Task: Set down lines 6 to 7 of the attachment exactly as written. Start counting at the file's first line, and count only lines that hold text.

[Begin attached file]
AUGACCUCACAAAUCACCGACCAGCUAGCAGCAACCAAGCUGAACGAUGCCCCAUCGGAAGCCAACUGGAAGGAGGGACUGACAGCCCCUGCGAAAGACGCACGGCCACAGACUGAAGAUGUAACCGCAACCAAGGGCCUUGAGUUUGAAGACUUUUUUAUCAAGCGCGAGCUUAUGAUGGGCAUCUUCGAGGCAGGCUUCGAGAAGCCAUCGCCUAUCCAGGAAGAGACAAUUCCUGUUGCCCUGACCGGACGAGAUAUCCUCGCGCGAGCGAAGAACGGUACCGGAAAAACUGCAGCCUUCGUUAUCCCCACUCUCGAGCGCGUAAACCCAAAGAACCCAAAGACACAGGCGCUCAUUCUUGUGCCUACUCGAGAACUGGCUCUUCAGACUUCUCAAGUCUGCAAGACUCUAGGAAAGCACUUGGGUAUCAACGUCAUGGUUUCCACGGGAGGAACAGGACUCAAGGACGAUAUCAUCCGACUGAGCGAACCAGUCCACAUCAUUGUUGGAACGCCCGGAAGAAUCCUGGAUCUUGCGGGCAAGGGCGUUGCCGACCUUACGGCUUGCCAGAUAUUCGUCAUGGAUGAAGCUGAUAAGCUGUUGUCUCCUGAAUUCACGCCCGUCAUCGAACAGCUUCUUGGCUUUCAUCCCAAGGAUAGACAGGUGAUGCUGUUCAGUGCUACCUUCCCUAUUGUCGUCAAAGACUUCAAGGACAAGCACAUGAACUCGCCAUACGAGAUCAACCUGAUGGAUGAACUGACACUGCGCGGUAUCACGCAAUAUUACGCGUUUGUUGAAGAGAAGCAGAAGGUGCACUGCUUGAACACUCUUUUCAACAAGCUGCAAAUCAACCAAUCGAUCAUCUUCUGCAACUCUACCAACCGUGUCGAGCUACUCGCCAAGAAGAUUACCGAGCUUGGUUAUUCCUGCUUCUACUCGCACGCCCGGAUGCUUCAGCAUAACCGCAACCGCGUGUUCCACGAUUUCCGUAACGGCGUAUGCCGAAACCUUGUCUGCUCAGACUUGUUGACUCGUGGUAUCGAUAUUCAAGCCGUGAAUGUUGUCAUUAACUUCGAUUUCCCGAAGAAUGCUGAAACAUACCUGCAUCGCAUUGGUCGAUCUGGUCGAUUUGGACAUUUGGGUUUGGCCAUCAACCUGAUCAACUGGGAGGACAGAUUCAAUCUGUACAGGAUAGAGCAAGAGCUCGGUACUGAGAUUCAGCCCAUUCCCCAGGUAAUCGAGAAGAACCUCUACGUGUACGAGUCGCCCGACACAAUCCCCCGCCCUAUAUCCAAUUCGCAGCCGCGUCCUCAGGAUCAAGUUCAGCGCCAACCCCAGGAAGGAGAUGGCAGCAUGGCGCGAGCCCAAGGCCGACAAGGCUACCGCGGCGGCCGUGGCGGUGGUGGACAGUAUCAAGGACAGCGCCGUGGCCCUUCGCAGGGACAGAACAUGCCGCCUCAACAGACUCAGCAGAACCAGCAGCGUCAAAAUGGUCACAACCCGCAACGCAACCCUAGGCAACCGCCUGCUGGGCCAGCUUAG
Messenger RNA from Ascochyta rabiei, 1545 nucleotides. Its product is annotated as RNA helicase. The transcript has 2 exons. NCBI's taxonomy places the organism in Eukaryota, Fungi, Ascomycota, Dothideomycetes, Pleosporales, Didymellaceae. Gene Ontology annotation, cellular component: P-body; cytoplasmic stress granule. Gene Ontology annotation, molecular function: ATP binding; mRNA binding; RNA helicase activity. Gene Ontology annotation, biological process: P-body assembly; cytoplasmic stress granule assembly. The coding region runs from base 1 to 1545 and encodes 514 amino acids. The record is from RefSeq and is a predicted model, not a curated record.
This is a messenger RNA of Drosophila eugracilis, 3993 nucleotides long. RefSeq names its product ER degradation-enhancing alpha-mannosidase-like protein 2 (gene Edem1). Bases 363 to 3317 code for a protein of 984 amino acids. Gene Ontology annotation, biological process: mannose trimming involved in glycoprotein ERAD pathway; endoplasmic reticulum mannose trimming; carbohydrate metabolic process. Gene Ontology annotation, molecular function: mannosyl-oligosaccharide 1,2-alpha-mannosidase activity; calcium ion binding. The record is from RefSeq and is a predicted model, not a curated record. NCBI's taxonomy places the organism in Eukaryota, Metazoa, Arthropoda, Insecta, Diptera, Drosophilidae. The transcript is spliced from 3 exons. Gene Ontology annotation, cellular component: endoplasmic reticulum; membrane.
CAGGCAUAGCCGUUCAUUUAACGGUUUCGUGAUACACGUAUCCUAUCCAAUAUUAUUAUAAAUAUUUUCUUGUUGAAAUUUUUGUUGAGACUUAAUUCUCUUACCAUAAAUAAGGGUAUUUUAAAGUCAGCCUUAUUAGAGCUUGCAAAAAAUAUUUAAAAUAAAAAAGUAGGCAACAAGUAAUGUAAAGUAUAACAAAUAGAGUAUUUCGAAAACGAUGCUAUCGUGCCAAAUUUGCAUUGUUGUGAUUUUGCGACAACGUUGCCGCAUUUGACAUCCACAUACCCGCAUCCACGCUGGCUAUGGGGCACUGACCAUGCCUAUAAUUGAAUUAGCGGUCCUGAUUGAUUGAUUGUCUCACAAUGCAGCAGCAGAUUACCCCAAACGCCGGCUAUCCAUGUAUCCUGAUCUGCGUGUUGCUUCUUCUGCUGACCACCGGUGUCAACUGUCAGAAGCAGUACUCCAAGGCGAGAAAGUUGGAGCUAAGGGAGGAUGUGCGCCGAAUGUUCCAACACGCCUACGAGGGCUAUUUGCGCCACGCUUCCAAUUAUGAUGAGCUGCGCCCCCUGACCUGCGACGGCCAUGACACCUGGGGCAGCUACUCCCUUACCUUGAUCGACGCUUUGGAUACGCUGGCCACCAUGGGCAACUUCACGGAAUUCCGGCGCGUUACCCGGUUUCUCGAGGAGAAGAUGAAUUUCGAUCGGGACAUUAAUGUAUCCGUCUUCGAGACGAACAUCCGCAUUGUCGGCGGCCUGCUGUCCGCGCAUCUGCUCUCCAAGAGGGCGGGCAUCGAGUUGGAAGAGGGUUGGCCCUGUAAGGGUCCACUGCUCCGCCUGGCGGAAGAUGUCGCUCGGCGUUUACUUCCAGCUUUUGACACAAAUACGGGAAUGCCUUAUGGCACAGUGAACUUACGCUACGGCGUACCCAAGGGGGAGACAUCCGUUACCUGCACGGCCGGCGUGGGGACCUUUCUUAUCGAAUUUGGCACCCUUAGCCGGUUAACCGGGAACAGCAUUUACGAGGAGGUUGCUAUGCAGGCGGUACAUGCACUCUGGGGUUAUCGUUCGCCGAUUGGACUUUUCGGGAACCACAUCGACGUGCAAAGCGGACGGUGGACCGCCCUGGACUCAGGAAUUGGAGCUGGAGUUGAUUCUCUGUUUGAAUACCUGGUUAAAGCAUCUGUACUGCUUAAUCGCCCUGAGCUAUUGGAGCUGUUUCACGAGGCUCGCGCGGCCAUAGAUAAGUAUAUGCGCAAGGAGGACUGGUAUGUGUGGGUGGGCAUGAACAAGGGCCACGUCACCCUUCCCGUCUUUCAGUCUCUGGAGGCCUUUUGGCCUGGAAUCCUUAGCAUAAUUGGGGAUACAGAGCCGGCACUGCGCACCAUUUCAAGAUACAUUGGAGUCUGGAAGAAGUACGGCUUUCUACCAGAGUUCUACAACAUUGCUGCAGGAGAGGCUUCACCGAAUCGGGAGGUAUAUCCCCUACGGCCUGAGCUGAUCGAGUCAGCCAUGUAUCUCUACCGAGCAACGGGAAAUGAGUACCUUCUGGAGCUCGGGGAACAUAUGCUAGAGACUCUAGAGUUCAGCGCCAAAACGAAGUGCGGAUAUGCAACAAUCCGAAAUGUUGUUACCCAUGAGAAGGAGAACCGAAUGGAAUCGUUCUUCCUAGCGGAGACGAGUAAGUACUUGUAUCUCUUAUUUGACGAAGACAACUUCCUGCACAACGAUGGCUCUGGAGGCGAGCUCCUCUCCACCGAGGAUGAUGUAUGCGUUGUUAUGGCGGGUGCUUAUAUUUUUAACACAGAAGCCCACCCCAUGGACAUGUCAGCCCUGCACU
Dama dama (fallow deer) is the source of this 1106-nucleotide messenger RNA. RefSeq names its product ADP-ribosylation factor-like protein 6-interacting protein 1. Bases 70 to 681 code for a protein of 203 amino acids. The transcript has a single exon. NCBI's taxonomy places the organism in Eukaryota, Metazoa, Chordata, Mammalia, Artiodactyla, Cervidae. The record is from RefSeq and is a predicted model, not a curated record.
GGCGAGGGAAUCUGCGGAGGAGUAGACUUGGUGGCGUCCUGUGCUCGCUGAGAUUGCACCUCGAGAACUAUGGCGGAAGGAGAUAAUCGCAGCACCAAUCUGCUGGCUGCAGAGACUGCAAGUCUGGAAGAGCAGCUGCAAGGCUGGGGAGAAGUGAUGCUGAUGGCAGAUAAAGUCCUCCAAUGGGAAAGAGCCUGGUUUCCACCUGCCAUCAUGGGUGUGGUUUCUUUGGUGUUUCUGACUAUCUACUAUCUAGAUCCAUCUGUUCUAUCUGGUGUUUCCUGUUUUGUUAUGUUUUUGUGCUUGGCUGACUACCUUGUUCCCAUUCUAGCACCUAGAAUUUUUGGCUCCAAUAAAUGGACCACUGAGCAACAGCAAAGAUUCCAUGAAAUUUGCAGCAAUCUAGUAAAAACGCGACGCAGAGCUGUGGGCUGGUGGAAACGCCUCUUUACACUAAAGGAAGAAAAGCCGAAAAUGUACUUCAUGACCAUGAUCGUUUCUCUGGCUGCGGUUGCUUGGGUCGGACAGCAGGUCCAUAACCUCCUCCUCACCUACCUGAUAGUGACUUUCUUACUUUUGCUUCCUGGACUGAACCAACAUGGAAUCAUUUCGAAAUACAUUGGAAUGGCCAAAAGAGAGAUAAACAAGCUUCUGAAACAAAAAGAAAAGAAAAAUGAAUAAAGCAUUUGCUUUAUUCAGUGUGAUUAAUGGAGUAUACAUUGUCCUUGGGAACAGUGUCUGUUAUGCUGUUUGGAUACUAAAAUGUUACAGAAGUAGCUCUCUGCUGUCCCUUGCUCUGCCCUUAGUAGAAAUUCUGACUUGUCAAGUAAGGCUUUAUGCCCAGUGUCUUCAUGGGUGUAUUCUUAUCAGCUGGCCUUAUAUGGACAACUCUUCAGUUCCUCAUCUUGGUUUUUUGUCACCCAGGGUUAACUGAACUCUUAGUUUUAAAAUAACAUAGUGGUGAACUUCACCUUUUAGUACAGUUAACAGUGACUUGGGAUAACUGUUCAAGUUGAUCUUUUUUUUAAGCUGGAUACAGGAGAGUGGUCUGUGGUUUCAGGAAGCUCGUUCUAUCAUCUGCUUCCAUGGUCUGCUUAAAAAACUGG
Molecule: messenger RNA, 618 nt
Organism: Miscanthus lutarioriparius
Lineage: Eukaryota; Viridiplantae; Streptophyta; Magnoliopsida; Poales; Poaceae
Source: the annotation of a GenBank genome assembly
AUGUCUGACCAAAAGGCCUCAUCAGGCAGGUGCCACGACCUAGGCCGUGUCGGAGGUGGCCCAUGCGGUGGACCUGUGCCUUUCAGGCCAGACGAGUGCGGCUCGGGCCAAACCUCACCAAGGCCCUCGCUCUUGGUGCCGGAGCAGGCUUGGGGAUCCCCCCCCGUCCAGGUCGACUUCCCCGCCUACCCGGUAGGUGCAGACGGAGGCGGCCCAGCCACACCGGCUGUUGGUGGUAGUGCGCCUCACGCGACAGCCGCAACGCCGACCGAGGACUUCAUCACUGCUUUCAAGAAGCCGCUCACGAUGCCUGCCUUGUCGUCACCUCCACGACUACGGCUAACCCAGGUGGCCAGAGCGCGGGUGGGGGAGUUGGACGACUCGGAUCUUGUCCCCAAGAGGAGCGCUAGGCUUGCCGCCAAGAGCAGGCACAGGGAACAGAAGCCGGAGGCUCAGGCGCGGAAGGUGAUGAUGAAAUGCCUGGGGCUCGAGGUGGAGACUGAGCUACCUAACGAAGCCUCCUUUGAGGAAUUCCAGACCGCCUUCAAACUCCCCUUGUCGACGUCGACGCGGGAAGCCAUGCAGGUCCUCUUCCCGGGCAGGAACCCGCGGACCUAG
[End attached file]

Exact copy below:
GGCGAGGGAAUCUGCGGAGGAGUAGACUUGGUGGCGUCCUGUGCUCGCUGAGAUUGCACCUCGAGAACUAUGGCGGAAGGAGAUAAUCGCAGCACCAAUCUGCUGGCUGCAGAGACUGCAAGUCUGGAAGAGCAGCUGCAAGGCUGGGGAGAAGUGAUGCUGAUGGCAGAUAAAGUCCUCCAAUGGGAAAGAGCCUGGUUUCCACCUGCCAUCAUGGGUGUGGUUUCUUUGGUGUUUCUGACUAUCUACUAUCUAGAUCCAUCUGUUCUAUCUGGUGUUUCCUGUUUUGUUAUGUUUUUGUGCUUGGCUGACUACCUUGUUCCCAUUCUAGCACCUAGAAUUUUUGGCUCCAAUAAAUGGACCACUGAGCAACAGCAAAGAUUCCAUGAAAUUUGCAGCAAUCUAGUAAAAACGCGACGCAGAGCUGUGGGCUGGUGGAAACGCCUCUUUACACUAAAGGAAGAAAAGCCGAAAAUGUACUUCAUGACCAUGAUCGUUUCUCUGGCUGCGGUUGCUUGGGUCGGACAGCAGGUCCAUAACCUCCUCCUCACCUACCUGAUAGUGACUUUCUUACUUUUGCUUCCUGGACUGAACCAACAUGGAAUCAUUUCGAAAUACAUUGGAAUGGCCAAAAGAGAGAUAAACAAGCUUCUGAAACAAAAAGAAAAGAAAAAUGAAUAAAGCAUUUGCUUUAUUCAGUGUGAUUAAUGGAGUAUACAUUGUCCUUGGGAACAGUGUCUGUUAUGCUGUUUGGAUACUAAAAUGUUACAGAAGUAGCUCUCUGCUGUCCCUUGCUCUGCCCUUAGUAGAAAUUCUGACUUGUCAAGUAAGGCUUUAUGCCCAGUGUCUUCAUGGGUGUAUUCUUAUCAGCUGGCCUUAUAUGGACAACUCUUCAGUUCCUCAUCUUGGUUUUUUGUCACCCAGGGUUAACUGAACUCUUAGUUUUAAAAUAACAUAGUGGUGAACUUCACCUUUUAGUACAGUUAACAGUGACUUGGGAUAACUGUUCAAGUUGAUCUUUUUUUUAAGCUGGAUACAGGAGAGUGGUCUGUGGUUUCAGGAAGCUCGUUCUAUCAUCUGCUUCCAUGGUCUGCUUAAAAAACUGG
Molecule: messenger RNA, 618 nt